Remember Satyajit Ray? Steven Spielberg? Tom Hanks? Nana Patekar? Frederick Forsyth? Le Carre? A.R.Rahman? Okay, I’ll stop there. These folks have one thing that’s common to them all – they stepped across the line in to genius territory and when the next film or book bearing their name comes out, I make sure I go for it. I don’t wait for the reviews. I don’t have to, I know it is going to be worth every penny I spent on it.
Likewise, I am sure you have drawn up your own list of “the infallible” – folks you swear by, whose work you’ll stop at nothing to experience.
This loyalty transcends – there was a recent Kent Monkman exhibit at the Montreal Museum of Fine Arts. I didn’t stop to read a review of his paintings, I just went for it. Again, I am enthralled by Smirnoff Cranberry – a mildly sweet drink with 30% alcohol that kinda opens up my grey cells, makes them think of outrageous possibilities that otherwise would not exist in my dreary Walter Mittyish world. It’s the same thing – I would take anything that Smirnoff dishes out.
Getting back to books, there’s one name I have decided belongs right up there among the stars, one who delivers the same titillating joyride that all those gents in para-2 (and Smirnoff and Kent) do – Phyllis Dorothy James (1920-2014).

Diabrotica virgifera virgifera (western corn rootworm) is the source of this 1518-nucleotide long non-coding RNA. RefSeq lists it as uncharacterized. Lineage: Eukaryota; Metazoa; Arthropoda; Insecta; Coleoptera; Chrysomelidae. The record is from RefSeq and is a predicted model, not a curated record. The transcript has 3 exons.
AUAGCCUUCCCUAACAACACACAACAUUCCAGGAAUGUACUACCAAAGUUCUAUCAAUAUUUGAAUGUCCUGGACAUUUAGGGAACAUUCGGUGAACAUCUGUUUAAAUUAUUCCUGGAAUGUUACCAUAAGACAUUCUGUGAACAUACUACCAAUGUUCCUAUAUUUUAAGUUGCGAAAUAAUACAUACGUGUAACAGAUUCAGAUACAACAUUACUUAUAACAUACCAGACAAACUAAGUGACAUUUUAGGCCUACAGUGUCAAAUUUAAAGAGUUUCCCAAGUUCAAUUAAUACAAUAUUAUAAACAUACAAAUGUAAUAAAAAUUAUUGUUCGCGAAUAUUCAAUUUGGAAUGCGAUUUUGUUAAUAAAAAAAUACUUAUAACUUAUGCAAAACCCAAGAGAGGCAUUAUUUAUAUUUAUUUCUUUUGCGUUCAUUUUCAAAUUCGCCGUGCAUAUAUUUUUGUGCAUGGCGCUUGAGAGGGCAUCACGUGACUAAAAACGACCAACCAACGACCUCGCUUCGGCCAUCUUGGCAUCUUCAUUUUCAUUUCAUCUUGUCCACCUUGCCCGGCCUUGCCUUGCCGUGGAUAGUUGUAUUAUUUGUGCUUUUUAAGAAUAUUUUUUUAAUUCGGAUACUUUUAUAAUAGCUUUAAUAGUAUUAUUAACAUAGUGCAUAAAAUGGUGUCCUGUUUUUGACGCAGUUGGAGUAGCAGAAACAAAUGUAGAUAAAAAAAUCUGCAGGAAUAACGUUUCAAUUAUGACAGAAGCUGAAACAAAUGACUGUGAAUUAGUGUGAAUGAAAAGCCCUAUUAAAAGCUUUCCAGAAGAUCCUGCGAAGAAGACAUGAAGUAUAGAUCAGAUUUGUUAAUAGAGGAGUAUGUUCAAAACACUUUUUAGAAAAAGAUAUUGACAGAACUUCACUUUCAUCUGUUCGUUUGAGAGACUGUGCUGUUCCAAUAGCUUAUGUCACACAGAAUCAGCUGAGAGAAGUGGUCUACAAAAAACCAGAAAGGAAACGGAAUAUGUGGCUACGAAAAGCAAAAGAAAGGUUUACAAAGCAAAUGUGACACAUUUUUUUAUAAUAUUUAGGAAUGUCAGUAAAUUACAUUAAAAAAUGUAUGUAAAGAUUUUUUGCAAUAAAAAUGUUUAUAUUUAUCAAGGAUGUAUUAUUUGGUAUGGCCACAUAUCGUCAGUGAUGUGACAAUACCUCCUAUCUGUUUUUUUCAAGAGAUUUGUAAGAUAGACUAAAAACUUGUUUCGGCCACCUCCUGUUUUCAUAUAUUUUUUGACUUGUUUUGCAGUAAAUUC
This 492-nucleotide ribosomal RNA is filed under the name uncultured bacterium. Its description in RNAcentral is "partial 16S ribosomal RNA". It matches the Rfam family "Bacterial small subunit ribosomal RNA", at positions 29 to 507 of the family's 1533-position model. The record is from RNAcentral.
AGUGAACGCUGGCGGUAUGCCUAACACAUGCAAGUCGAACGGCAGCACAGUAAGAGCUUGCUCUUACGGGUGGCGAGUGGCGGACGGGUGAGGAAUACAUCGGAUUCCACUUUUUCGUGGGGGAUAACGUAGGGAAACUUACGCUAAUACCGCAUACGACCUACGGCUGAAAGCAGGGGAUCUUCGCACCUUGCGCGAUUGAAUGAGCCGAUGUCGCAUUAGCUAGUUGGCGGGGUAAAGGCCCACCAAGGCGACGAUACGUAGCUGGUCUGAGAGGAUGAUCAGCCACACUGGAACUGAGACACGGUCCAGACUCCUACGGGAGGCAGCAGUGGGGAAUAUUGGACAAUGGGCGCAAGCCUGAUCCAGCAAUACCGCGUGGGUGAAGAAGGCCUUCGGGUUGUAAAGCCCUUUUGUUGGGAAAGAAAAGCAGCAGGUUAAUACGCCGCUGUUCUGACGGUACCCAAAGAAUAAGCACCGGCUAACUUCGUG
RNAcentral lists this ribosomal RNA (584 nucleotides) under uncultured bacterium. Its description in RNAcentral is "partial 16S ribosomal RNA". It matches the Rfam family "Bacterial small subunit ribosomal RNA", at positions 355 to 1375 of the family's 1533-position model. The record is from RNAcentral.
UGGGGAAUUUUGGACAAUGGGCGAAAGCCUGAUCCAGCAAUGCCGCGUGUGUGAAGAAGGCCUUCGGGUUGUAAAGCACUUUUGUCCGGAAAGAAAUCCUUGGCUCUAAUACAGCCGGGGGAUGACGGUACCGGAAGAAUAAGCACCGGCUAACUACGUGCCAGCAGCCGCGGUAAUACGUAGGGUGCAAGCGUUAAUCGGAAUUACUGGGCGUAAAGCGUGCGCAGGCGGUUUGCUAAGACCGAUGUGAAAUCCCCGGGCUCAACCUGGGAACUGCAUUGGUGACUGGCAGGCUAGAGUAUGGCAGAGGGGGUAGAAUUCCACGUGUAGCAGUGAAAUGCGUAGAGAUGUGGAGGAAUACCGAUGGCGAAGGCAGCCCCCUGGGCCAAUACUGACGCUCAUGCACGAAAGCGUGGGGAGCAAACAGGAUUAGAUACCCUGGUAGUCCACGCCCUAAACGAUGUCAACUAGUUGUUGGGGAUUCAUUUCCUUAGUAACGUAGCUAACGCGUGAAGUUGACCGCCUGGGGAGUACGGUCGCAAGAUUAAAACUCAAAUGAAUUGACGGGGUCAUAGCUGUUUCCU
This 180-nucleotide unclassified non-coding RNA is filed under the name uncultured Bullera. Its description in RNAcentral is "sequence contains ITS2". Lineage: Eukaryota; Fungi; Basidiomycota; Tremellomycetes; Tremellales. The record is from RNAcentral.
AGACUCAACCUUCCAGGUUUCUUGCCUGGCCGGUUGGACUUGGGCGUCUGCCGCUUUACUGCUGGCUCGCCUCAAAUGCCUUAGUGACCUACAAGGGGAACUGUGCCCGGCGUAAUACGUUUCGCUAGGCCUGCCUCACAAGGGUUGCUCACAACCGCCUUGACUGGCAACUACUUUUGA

Doesn’t strike a bell? Perfectly understandable, she is known to us crime fiction lovers as simply “P.D.James”. I am reading a posthumus work by P.D. James – Sleep no more – and I am loving it.
Her writing style harks back to the 1920s’ and 30s’ Agatha Christie, but it is more ‘psychological thriller’ than straight whodonit. In fact she is more Daphne Du Maurier than Agatha Christie. Dark gothic mansions, treacherous half brothers, stone-faced butlers, murderous cousins, daft uncles… that sort of ambiance.
Besides, with PDJ you already know ‘whodonit’. Knowing who the culprit is from the start can present a puzzle for mystery fans. But PDJ has a knack that makes you say ‘who gives a fuck who the murderer is?’ PDJ’s forté is in how the whodonor did it. You could call her writing a “whereandhowdonit”, I guess.